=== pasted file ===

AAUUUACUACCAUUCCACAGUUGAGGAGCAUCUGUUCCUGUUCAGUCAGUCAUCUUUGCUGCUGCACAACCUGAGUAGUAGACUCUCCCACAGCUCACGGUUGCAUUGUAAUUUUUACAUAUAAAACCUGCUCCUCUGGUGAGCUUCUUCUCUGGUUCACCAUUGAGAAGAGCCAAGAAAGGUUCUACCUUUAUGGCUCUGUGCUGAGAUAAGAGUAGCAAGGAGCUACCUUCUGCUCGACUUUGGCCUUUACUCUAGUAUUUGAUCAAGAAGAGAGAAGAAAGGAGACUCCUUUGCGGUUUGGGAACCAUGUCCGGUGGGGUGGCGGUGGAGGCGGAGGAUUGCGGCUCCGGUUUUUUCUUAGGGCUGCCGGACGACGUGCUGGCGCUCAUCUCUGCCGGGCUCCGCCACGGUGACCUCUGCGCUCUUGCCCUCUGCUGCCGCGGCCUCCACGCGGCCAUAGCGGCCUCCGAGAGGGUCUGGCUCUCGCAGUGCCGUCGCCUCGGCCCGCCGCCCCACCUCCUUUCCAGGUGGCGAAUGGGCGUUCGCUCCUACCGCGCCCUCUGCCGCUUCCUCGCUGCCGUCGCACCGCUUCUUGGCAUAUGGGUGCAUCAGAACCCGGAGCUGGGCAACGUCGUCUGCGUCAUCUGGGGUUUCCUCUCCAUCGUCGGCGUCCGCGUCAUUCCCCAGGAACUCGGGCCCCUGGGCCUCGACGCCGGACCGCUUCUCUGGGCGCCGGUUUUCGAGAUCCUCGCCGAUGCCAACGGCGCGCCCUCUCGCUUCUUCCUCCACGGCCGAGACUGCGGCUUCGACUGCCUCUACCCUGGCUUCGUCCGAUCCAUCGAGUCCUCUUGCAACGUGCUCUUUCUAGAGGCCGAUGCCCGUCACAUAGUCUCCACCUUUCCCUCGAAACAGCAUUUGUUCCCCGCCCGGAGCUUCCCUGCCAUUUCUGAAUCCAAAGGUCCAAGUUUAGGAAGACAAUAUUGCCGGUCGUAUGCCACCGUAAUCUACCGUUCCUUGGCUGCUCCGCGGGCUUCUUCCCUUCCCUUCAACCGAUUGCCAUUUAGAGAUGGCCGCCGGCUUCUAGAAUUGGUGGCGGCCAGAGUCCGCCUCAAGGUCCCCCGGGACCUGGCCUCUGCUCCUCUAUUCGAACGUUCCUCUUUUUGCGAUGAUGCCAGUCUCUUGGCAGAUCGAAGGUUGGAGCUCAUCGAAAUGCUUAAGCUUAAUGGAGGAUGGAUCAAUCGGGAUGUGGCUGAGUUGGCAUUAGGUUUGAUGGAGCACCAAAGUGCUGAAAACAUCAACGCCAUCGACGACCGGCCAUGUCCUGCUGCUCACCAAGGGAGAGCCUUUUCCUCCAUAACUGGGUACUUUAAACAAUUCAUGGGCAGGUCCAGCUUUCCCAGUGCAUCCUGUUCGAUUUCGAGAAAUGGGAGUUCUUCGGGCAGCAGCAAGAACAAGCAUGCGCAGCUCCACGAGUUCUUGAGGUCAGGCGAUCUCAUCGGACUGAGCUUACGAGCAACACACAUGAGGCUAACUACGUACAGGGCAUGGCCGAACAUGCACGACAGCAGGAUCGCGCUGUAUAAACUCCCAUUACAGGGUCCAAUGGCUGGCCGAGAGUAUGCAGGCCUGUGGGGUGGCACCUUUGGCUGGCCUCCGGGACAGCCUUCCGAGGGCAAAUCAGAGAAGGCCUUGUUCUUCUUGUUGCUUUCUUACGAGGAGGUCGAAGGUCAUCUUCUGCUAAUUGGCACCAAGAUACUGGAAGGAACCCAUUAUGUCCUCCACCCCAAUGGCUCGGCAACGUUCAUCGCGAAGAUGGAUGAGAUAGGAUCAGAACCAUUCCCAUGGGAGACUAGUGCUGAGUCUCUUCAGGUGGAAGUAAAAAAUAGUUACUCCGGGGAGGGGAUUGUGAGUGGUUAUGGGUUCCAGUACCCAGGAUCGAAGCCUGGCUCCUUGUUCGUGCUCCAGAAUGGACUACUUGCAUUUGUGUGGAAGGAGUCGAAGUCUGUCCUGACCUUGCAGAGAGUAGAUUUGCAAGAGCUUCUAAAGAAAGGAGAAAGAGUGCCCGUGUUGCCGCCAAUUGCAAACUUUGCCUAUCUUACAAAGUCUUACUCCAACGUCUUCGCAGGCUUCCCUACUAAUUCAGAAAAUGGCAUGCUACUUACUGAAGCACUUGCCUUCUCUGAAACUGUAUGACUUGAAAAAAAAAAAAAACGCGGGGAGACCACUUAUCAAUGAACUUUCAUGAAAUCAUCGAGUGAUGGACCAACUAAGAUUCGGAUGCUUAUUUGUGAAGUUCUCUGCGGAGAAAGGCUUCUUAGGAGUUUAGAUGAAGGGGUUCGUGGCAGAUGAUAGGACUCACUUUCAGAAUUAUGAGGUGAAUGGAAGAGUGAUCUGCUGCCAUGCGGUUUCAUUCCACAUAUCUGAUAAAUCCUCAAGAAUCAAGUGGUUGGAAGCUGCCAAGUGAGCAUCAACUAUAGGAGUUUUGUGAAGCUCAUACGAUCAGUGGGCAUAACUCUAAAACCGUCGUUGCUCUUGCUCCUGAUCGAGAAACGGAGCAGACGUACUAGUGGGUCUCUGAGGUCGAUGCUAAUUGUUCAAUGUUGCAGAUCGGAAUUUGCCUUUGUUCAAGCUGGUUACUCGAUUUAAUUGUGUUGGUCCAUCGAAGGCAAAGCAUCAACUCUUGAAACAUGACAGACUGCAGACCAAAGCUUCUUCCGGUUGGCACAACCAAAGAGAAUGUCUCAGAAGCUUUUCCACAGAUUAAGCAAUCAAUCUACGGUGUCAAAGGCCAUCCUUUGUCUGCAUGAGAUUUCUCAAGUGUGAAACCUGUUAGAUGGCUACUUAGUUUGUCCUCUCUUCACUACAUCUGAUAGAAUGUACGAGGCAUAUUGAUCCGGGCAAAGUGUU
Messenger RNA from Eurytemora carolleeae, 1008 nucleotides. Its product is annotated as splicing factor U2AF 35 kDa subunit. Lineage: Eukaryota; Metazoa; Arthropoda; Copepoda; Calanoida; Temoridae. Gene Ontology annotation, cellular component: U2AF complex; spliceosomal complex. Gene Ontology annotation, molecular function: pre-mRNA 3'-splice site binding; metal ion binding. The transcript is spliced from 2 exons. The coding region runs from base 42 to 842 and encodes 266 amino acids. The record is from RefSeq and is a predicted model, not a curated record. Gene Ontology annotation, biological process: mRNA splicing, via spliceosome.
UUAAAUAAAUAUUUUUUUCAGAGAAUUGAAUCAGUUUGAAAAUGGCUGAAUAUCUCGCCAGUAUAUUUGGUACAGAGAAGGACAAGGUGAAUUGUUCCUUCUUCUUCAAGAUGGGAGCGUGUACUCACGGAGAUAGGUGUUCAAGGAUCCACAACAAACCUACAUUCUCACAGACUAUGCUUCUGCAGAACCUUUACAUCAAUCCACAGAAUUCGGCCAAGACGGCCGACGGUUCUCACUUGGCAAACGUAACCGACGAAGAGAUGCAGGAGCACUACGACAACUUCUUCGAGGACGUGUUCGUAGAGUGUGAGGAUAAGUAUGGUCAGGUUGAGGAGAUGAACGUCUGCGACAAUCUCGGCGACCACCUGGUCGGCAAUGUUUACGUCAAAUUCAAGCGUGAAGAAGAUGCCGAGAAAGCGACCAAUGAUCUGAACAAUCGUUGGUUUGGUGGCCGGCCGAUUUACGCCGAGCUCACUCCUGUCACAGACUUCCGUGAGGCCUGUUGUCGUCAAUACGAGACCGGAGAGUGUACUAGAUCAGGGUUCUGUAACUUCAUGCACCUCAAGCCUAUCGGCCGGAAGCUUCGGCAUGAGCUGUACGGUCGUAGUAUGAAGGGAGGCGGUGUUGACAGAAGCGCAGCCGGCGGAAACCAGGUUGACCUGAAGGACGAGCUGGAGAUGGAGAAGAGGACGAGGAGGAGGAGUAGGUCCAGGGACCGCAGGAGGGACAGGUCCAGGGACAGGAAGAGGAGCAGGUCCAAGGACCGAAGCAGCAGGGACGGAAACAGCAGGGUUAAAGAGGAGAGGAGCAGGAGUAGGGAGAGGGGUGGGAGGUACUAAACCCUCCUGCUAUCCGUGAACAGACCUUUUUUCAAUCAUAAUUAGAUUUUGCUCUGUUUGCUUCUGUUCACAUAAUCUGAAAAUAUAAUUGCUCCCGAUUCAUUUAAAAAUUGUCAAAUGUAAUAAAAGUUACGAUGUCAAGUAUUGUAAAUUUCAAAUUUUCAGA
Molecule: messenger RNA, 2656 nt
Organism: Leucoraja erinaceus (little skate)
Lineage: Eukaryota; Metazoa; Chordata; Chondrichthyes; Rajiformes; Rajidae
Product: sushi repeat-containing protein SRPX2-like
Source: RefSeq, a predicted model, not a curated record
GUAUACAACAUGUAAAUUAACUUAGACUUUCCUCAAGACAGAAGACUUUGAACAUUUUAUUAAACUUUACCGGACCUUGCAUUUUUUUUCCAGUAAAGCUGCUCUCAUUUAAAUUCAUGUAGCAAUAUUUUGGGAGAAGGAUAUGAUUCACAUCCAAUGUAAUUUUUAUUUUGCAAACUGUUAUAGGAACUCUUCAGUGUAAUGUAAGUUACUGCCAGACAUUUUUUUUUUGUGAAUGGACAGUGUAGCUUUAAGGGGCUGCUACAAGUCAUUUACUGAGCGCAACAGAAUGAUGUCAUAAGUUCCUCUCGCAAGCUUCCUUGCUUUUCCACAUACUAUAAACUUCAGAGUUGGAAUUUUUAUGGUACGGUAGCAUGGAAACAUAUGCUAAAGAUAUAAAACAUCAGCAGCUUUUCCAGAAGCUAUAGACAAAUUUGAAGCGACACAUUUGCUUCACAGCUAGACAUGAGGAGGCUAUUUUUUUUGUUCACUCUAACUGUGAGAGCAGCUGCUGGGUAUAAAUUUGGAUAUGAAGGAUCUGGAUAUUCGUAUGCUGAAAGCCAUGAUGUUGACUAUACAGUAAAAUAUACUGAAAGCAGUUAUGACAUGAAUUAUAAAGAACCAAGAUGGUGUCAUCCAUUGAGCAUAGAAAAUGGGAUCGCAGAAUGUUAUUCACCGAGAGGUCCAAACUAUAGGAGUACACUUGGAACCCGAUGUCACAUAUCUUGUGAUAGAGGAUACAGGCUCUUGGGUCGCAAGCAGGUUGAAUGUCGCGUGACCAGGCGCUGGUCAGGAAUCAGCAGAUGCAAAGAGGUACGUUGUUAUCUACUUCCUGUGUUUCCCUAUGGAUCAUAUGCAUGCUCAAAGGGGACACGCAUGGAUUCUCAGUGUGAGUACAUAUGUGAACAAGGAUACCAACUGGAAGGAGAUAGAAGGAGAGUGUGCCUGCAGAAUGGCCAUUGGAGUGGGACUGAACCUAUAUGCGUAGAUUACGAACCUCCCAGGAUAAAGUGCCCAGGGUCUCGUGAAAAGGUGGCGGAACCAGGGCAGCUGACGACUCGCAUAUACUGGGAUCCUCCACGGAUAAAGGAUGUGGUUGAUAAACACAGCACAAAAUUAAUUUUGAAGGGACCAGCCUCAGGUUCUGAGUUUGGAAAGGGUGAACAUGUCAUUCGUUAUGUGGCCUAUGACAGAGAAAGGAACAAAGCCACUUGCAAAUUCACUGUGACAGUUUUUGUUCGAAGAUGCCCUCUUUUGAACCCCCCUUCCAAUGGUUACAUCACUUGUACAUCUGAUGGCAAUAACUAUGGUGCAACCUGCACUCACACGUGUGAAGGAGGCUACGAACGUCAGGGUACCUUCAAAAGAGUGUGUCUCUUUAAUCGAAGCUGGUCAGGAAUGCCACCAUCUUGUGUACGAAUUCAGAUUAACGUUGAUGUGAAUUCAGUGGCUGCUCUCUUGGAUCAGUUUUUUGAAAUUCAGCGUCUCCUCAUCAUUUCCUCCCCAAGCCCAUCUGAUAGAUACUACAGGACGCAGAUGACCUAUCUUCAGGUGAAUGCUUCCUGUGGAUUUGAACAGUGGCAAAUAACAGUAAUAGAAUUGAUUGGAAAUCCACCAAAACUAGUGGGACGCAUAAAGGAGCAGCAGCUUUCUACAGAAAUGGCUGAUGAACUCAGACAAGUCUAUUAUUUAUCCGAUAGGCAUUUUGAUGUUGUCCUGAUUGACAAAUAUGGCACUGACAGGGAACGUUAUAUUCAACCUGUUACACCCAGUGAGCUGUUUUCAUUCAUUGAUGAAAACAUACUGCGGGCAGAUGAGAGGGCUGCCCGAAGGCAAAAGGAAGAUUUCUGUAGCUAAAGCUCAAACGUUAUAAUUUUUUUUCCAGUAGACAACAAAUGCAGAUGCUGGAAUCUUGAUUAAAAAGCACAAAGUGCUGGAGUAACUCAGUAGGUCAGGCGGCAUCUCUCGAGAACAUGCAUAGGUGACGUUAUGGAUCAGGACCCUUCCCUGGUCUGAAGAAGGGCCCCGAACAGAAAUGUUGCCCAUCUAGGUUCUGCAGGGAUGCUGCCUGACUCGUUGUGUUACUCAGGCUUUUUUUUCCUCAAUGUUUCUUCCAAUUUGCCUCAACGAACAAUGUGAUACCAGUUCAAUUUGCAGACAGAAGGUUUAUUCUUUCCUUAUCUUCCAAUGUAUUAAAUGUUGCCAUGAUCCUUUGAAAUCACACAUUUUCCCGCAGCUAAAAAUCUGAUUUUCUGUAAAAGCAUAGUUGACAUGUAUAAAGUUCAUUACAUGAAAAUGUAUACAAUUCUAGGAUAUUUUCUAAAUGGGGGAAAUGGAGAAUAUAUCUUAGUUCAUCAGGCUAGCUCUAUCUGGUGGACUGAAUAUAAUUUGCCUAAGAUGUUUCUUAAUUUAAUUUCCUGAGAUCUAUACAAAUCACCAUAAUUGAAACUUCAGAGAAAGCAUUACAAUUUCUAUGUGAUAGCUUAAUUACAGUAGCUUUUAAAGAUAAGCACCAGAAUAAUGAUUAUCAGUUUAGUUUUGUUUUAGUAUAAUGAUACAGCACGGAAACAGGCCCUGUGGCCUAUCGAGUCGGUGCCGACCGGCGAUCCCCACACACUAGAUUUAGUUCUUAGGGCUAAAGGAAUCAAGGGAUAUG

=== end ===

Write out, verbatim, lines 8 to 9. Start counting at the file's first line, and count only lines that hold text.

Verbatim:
Source: RefSeq, a predicted model, not a curated record
GUAUACAACAUGUAAAUUAACUUAGACUUUCCUCAAGACAGAAGACUUUGAACAUUUUAUUAAACUUUACCGGACCUUGCAUUUUUUUUCCAGUAAAGCUGCUCUCAUUUAAAUUCAUGUAGCAAUAUUUUGGGAGAAGGAUAUGAUUCACAUCCAAUGUAAUUUUUAUUUUGCAAACUGUUAUAGGAACUCUUCAGUGUAAUGUAAGUUACUGCCAGACAUUUUUUUUUUGUGAAUGGACAGUGUAGCUUUAAGGGGCUGCUACAAGUCAUUUACUGAGCGCAACAGAAUGAUGUCAUAAGUUCCUCUCGCAAGCUUCCUUGCUUUUCCACAUACUAUAAACUUCAGAGUUGGAAUUUUUAUGGUACGGUAGCAUGGAAACAUAUGCUAAAGAUAUAAAACAUCAGCAGCUUUUCCAGAAGCUAUAGACAAAUUUGAAGCGACACAUUUGCUUCACAGCUAGACAUGAGGAGGCUAUUUUUUUUGUUCACUCUAACUGUGAGAGCAGCUGCUGGGUAUAAAUUUGGAUAUGAAGGAUCUGGAUAUUCGUAUGCUGAAAGCCAUGAUGUUGACUAUACAGUAAAAUAUACUGAAAGCAGUUAUGACAUGAAUUAUAAAGAACCAAGAUGGUGUCAUCCAUUGAGCAUAGAAAAUGGGAUCGCAGAAUGUUAUUCACCGAGAGGUCCAAACUAUAGGAGUACACUUGGAACCCGAUGUCACAUAUCUUGUGAUAGAGGAUACAGGCUCUUGGGUCGCAAGCAGGUUGAAUGUCGCGUGACCAGGCGCUGGUCAGGAAUCAGCAGAUGCAAAGAGGUACGUUGUUAUCUACUUCCUGUGUUUCCCUAUGGAUCAUAUGCAUGCUCAAAGGGGACACGCAUGGAUUCUCAGUGUGAGUACAUAUGUGAACAAGGAUACCAACUGGAAGGAGAUAGAAGGAGAGUGUGCCUGCAGAAUGGCCAUUGGAGUGGGACUGAACCUAUAUGCGUAGAUUACGAACCUCCCAGGAUAAAGUGCCCAGGGUCUCGUGAAAAGGUGGCGGAACCAGGGCAGCUGACGACUCGCAUAUACUGGGAUCCUCCACGGAUAAAGGAUGUGGUUGAUAAACACAGCACAAAAUUAAUUUUGAAGGGACCAGCCUCAGGUUCUGAGUUUGGAAAGGGUGAACAUGUCAUUCGUUAUGUGGCCUAUGACAGAGAAAGGAACAAAGCCACUUGCAAAUUCACUGUGACAGUUUUUGUUCGAAGAUGCCCUCUUUUGAACCCCCCUUCCAAUGGUUACAUCACUUGUACAUCUGAUGGCAAUAACUAUGGUGCAACCUGCACUCACACGUGUGAAGGAGGCUACGAACGUCAGGGUACCUUCAAAAGAGUGUGUCUCUUUAAUCGAAGCUGGUCAGGAAUGCCACCAUCUUGUGUACGAAUUCAGAUUAACGUUGAUGUGAAUUCAGUGGCUGCUCUCUUGGAUCAGUUUUUUGAAAUUCAGCGUCUCCUCAUCAUUUCCUCCCCAAGCCCAUCUGAUAGAUACUACAGGACGCAGAUGACCUAUCUUCAGGUGAAUGCUUCCUGUGGAUUUGAACAGUGGCAAAUAACAGUAAUAGAAUUGAUUGGAAAUCCACCAAAACUAGUGGGACGCAUAAAGGAGCAGCAGCUUUCUACAGAAAUGGCUGAUGAACUCAGACAAGUCUAUUAUUUAUCCGAUAGGCAUUUUGAUGUUGUCCUGAUUGACAAAUAUGGCACUGACAGGGAACGUUAUAUUCAACCUGUUACACCCAGUGAGCUGUUUUCAUUCAUUGAUGAAAACAUACUGCGGGCAGAUGAGAGGGCUGCCCGAAGGCAAAAGGAAGAUUUCUGUAGCUAAAGCUCAAACGUUAUAAUUUUUUUUCCAGUAGACAACAAAUGCAGAUGCUGGAAUCUUGAUUAAAAAGCACAAAGUGCUGGAGUAACUCAGUAGGUCAGGCGGCAUCUCUCGAGAACAUGCAUAGGUGACGUUAUGGAUCAGGACCCUUCCCUGGUCUGAAGAAGGGCCCCGAACAGAAAUGUUGCCCAUCUAGGUUCUGCAGGGAUGCUGCCUGACUCGUUGUGUUACUCAGGCUUUUUUUUCCUCAAUGUUUCUUCCAAUUUGCCUCAACGAACAAUGUGAUACCAGUUCAAUUUGCAGACAGAAGGUUUAUUCUUUCCUUAUCUUCCAAUGUAUUAAAUGUUGCCAUGAUCCUUUGAAAUCACACAUUUUCCCGCAGCUAAAAAUCUGAUUUUCUGUAAAAGCAUAGUUGACAUGUAUAAAGUUCAUUACAUGAAAAUGUAUACAAUUCUAGGAUAUUUUCUAAAUGGGGGAAAUGGAGAAUAUAUCUUAGUUCAUCAGGCUAGCUCUAUCUGGUGGACUGAAUAUAAUUUGCCUAAGAUGUUUCUUAAUUUAAUUUCCUGAGAUCUAUACAAAUCACCAUAAUUGAAACUUCAGAGAAAGCAUUACAAUUUCUAUGUGAUAGCUUAAUUACAGUAGCUUUUAAAGAUAAGCACCAGAAUAAUGAUUAUCAGUUUAGUUUUGUUUUAGUAUAAUGAUACAGCACGGAAACAGGCCCUGUGGCCUAUCGAGUCGGUGCCGACCGGCGAUCCCCACACACUAGAUUUAGUUCUUAGGGCUAAAGGAAUCAAGGGAUAUG